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  • Chrystal Mallouras & Gwendolyn Sze

Eugenics: is it a Thing of America’s Past?

Carrie Buck and her mother, Emma Buck, circa 1924  Poster Advocating Sterilization in 1920’s

In the twenty-first century, the human genome was completely sequenced. But what does this mean? It means that geneticists were finally able to fully understand what long DNA sequences encoded for, and their impacts on the human race. The genome is entirely filled with variations for templates of proteins in the body but it is not entirely determined what traits it will be expressed in individuals. Of course, this is a project that has been in the making for many decades. However, before the completion of the human genome, humanity was left guessing as to what the cause of so many different disorders were. And with no other information, in the early twentieth century, society took matters into their own hands and began a new movement: the eugenics movement. 

One hundred years ago, the Eugenical Sterilization Act was passed in the United States. Just ninety-seven years ago, Carrie Buck was forcefully sterilized after  being deemed “feebleminded” during her Supreme Court case Buck Vs. Bell.“Feeblemindedness” is a term that emerged in the early nineteenth and twentieth centuries used to describe individuals that were exhibiting a lack of productivity or other behaviors that were considered “backwards.” It was a “medical” term that was often used to justify grounds for forced sterilization during the eugenics movement in the 1900’s. 

The story of Buck Vs. Bell is tragic. Carrie Buck had a difficult early life. She grew up with a foster family and was reportedly a victim of rape by the son of her adoptive family. Authorities knew that Carrie however was considered immoral and delinquent because of the pregnancy. Due to an IQ test she was feebleminded and “poor white trash.” It was ruled for her to be sterilized in order to prevent her passing the feeblemindedness. Carrie's mother was considered feeble minded and one look at Carrie's eight month old daughter proved her to be the same. Feeblemindedness was confirmed as hereditary in Bucks bloodline and sterilization was necessary. The result of the case was 8 to 1 to uphold Virginia's eugenical sterilization law. Progressives believed that reproductive rights of Carrie Buck should be regulated in order to protect the larger society. It is deemed the freedom of an individual is no longer a privilege when the society's welfare is concerned.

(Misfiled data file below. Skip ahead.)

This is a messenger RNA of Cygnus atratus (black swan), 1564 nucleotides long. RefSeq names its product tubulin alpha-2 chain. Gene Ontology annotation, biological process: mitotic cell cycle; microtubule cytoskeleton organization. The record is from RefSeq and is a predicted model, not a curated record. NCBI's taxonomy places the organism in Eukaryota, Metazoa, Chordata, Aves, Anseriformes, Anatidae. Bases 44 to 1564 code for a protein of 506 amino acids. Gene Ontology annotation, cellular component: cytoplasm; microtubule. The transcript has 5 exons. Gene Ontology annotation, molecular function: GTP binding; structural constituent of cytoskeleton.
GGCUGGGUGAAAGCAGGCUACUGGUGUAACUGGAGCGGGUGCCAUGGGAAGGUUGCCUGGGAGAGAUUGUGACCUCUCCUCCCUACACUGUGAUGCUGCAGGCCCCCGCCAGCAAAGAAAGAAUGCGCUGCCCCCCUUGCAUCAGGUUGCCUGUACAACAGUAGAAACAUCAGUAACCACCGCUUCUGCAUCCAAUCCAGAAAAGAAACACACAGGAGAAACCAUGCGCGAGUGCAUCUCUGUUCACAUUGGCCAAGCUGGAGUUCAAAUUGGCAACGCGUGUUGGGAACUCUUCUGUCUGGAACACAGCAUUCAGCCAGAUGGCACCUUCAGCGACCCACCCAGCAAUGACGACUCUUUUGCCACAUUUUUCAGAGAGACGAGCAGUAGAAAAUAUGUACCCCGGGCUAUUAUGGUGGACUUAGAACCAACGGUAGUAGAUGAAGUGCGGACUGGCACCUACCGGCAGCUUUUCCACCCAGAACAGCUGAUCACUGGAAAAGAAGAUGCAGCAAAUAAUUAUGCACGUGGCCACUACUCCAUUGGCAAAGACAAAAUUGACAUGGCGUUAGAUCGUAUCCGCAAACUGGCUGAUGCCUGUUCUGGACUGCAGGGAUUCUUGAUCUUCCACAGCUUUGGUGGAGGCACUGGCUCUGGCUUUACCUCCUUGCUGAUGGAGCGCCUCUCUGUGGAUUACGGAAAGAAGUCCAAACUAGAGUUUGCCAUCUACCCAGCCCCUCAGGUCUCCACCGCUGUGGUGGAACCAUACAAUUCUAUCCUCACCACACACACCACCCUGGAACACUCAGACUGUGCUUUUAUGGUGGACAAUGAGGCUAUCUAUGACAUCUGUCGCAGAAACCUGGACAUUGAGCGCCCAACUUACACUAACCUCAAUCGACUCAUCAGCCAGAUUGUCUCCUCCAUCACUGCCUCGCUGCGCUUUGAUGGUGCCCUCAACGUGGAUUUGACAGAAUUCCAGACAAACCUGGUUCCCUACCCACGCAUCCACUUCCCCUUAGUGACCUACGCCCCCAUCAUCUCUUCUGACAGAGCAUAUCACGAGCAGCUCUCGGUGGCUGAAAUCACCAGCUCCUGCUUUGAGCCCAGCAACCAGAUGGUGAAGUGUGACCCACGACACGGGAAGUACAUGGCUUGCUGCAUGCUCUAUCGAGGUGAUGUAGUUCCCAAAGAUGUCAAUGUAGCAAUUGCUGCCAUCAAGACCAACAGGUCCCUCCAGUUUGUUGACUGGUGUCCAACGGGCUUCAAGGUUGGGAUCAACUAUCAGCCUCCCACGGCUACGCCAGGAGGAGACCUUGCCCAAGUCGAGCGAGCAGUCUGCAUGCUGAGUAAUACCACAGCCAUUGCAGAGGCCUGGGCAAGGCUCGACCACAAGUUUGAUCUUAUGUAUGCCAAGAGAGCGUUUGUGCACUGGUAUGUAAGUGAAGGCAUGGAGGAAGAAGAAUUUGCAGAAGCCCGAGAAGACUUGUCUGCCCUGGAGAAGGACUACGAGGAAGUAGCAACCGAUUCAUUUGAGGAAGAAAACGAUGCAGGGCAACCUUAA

It is horrific to think about the ways in which female reproductive rights were disregarded and deemed under control of the government. Mental disabilities that have no correlation with genes were the primary cause for sterilization. Eugenics was also connected to Hitler and Nazism, as the driving factor behind the Nazi death camps. Both sides of eugenics were centered around manipulating human heredity, breeding to produce a superior race, one without biologically inferior people  (of a certain race or of inferior intelligence.)

But is eugenics truly over? Not necessarily, with the introduction of genetic modification technology like CRISPR, the uber-affluent are taking the initiative to genetically modify their future children, and creating “designer babies” with every desirable trait they want their kids to have. While it’s not sterilization, it’s still eliminating undesirable traits and replacing them with new ones. Is there a chance that we may see a new wave of eugenics in our future?

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